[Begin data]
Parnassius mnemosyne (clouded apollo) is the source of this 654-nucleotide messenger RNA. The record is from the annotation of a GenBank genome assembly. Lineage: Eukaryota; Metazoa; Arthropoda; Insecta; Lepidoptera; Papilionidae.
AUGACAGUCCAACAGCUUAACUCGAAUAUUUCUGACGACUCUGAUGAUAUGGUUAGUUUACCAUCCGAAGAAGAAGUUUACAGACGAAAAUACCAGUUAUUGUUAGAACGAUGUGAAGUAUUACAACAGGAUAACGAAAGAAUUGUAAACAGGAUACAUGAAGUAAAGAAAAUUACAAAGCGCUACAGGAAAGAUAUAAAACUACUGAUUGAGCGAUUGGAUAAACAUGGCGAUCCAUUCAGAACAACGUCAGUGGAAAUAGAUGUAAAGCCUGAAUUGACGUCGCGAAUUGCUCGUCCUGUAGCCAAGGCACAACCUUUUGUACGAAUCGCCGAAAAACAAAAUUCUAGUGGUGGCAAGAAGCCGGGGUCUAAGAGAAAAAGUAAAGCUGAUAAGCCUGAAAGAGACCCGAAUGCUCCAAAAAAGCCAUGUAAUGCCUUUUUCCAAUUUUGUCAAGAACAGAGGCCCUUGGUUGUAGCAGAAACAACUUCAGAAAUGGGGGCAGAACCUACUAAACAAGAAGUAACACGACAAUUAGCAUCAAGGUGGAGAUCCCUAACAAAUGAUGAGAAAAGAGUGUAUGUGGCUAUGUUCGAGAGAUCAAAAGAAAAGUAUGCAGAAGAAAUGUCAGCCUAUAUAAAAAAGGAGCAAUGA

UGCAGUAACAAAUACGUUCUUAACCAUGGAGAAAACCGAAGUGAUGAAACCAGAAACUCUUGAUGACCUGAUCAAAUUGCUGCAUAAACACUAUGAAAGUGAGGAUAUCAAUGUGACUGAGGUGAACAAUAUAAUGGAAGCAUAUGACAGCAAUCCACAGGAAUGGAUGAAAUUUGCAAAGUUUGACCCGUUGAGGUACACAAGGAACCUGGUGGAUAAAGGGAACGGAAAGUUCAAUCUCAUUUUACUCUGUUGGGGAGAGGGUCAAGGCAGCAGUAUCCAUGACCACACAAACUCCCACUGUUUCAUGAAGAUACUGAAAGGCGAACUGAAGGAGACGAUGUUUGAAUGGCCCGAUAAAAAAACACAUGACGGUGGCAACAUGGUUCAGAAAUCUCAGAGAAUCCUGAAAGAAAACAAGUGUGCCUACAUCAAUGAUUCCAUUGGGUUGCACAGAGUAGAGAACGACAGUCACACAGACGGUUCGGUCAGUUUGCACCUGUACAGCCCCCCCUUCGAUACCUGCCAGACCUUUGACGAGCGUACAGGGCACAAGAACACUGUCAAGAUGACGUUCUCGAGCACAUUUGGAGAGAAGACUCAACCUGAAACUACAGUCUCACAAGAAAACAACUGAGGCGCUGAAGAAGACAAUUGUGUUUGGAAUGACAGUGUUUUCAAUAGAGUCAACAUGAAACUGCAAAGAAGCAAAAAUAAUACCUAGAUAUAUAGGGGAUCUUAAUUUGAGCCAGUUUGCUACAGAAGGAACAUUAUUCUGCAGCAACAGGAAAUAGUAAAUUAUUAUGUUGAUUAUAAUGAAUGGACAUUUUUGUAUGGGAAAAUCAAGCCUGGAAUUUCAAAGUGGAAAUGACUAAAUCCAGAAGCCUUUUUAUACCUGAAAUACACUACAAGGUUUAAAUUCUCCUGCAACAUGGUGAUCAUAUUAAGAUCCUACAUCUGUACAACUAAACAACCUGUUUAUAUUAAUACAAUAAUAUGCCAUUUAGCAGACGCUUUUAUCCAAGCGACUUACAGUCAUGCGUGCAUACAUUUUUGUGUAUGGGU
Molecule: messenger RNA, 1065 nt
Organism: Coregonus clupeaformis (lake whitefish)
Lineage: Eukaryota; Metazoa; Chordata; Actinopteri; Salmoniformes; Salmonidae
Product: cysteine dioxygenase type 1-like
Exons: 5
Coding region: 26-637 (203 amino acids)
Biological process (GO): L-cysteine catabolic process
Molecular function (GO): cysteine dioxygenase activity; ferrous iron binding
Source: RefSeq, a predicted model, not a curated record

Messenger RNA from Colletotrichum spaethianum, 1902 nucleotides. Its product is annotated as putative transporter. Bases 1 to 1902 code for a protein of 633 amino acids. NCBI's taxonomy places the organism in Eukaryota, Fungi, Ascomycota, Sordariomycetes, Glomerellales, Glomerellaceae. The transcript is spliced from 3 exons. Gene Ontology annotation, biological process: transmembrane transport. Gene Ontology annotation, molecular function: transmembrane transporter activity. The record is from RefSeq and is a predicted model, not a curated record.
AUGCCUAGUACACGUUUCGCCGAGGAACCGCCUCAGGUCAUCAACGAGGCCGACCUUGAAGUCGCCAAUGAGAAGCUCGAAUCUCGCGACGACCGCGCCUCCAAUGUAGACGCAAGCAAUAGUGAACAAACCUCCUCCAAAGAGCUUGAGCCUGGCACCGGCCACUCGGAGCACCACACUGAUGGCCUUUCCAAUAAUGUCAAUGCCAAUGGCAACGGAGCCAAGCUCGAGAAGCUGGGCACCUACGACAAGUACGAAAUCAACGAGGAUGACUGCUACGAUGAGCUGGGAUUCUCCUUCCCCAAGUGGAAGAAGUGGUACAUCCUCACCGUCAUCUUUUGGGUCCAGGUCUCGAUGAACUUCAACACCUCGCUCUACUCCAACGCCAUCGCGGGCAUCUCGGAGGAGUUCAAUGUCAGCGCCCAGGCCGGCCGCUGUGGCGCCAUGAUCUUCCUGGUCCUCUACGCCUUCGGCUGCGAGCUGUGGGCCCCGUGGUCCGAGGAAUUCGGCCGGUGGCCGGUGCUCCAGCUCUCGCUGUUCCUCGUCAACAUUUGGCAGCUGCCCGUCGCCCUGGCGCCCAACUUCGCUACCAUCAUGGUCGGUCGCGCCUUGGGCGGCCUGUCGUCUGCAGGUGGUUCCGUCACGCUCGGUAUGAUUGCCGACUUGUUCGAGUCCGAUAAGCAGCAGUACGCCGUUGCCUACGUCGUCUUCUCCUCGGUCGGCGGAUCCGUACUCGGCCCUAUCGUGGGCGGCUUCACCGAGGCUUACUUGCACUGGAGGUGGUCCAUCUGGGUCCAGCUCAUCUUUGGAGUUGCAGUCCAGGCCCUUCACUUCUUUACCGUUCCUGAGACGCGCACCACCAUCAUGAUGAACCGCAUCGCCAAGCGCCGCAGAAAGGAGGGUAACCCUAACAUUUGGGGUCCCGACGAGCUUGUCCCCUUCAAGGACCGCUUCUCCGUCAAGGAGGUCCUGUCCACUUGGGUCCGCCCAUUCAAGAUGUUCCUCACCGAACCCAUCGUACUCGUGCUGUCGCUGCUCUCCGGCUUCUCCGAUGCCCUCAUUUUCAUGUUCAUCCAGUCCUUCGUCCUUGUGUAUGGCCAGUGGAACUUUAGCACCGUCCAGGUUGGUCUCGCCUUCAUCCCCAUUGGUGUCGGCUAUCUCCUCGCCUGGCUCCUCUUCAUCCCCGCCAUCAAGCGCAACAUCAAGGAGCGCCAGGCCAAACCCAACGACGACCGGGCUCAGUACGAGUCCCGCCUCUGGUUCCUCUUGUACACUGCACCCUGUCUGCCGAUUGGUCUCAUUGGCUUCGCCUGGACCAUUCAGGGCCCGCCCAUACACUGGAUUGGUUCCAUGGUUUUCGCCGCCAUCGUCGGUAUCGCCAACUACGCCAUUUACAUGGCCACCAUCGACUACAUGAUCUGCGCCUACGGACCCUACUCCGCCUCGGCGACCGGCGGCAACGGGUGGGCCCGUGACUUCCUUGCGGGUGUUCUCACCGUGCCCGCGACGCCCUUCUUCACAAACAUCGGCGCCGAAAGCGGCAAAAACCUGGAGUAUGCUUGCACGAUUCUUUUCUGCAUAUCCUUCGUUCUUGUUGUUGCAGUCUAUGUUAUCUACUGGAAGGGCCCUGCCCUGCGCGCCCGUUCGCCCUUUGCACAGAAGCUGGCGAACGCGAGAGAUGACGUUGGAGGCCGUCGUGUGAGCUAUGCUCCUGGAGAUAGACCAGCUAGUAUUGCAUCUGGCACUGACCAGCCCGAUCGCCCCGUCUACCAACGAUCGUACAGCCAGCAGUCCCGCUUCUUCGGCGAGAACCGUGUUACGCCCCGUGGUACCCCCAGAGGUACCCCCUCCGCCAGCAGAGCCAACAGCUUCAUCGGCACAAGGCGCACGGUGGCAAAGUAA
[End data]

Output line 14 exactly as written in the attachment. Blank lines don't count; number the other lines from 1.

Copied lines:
AUGCCUAGUACACGUUUCGCCGAGGAACCGCCUCAGGUCAUCAACGAGGCCGACCUUGAAGUCGCCAAUGAGAAGCUCGAAUCUCGCGACGACCGCGCCUCCAAUGUAGACGCAAGCAAUAGUGAACAAACCUCCUCCAAAGAGCUUGAGCCUGGCACCGGCCACUCGGAGCACCACACUGAUGGCCUUUCCAAUAAUGUCAAUGCCAAUGGCAACGGAGCCAAGCUCGAGAAGCUGGGCACCUACGACAAGUACGAAAUCAACGAGGAUGACUGCUACGAUGAGCUGGGAUUCUCCUUCCCCAAGUGGAAGAAGUGGUACAUCCUCACCGUCAUCUUUUGGGUCCAGGUCUCGAUGAACUUCAACACCUCGCUCUACUCCAACGCCAUCGCGGGCAUCUCGGAGGAGUUCAAUGUCAGCGCCCAGGCCGGCCGCUGUGGCGCCAUGAUCUUCCUGGUCCUCUACGCCUUCGGCUGCGAGCUGUGGGCCCCGUGGUCCGAGGAAUUCGGCCGGUGGCCGGUGCUCCAGCUCUCGCUGUUCCUCGUCAACAUUUGGCAGCUGCCCGUCGCCCUGGCGCCCAACUUCGCUACCAUCAUGGUCGGUCGCGCCUUGGGCGGCCUGUCGUCUGCAGGUGGUUCCGUCACGCUCGGUAUGAUUGCCGACUUGUUCGAGUCCGAUAAGCAGCAGUACGCCGUUGCCUACGUCGUCUUCUCCUCGGUCGGCGGAUCCGUACUCGGCCCUAUCGUGGGCGGCUUCACCGAGGCUUACUUGCACUGGAGGUGGUCCAUCUGGGUCCAGCUCAUCUUUGGAGUUGCAGUCCAGGCCCUUCACUUCUUUACCGUUCCUGAGACGCGCACCACCAUCAUGAUGAACCGCAUCGCCAAGCGCCGCAGAAAGGAGGGUAACCCUAACAUUUGGGGUCCCGACGAGCUUGUCCCCUUCAAGGACCGCUUCUCCGUCAAGGAGGUCCUGUCCACUUGGGUCCGCCCAUUCAAGAUGUUCCUCACCGAACCCAUCGUACUCGUGCUGUCGCUGCUCUCCGGCUUCUCCGAUGCCCUCAUUUUCAUGUUCAUCCAGUCCUUCGUCCUUGUGUAUGGCCAGUGGAACUUUAGCACCGUCCAGGUUGGUCUCGCCUUCAUCCCCAUUGGUGUCGGCUAUCUCCUCGCCUGGCUCCUCUUCAUCCCCGCCAUCAAGCGCAACAUCAAGGAGCGCCAGGCCAAACCCAACGACGACCGGGCUCAGUACGAGUCCCGCCUCUGGUUCCUCUUGUACACUGCACCCUGUCUGCCGAUUGGUCUCAUUGGCUUCGCCUGGACCAUUCAGGGCCCGCCCAUACACUGGAUUGGUUCCAUGGUUUUCGCCGCCAUCGUCGGUAUCGCCAACUACGCCAUUUACAUGGCCACCAUCGACUACAUGAUCUGCGCCUACGGACCCUACUCCGCCUCGGCGACCGGCGGCAACGGGUGGGCCCGUGACUUCCUUGCGGGUGUUCUCACCGUGCCCGCGACGCCCUUCUUCACAAACAUCGGCGCCGAAAGCGGCAAAAACCUGGAGUAUGCUUGCACGAUUCUUUUCUGCAUAUCCUUCGUUCUUGUUGUUGCAGUCUAUGUUAUCUACUGGAAGGGCCCUGCCCUGCGCGCCCGUUCGCCCUUUGCACAGAAGCUGGCGAACGCGAGAGAUGACGUUGGAGGCCGUCGUGUGAGCUAUGCUCCUGGAGAUAGACCAGCUAGUAUUGCAUCUGGCACUGACCAGCCCGAUCGCCCCGUCUACCAACGAUCGUACAGCCAGCAGUCCCGCUUCUUCGGCGAGAACCGUGUUACGCCCCGUGGUACCCCCAGAGGUACCCCCUCCGCCAGCAGAGCCAACAGCUUCAUCGGCACAAGGCGCACGGUGGCAAAGUAA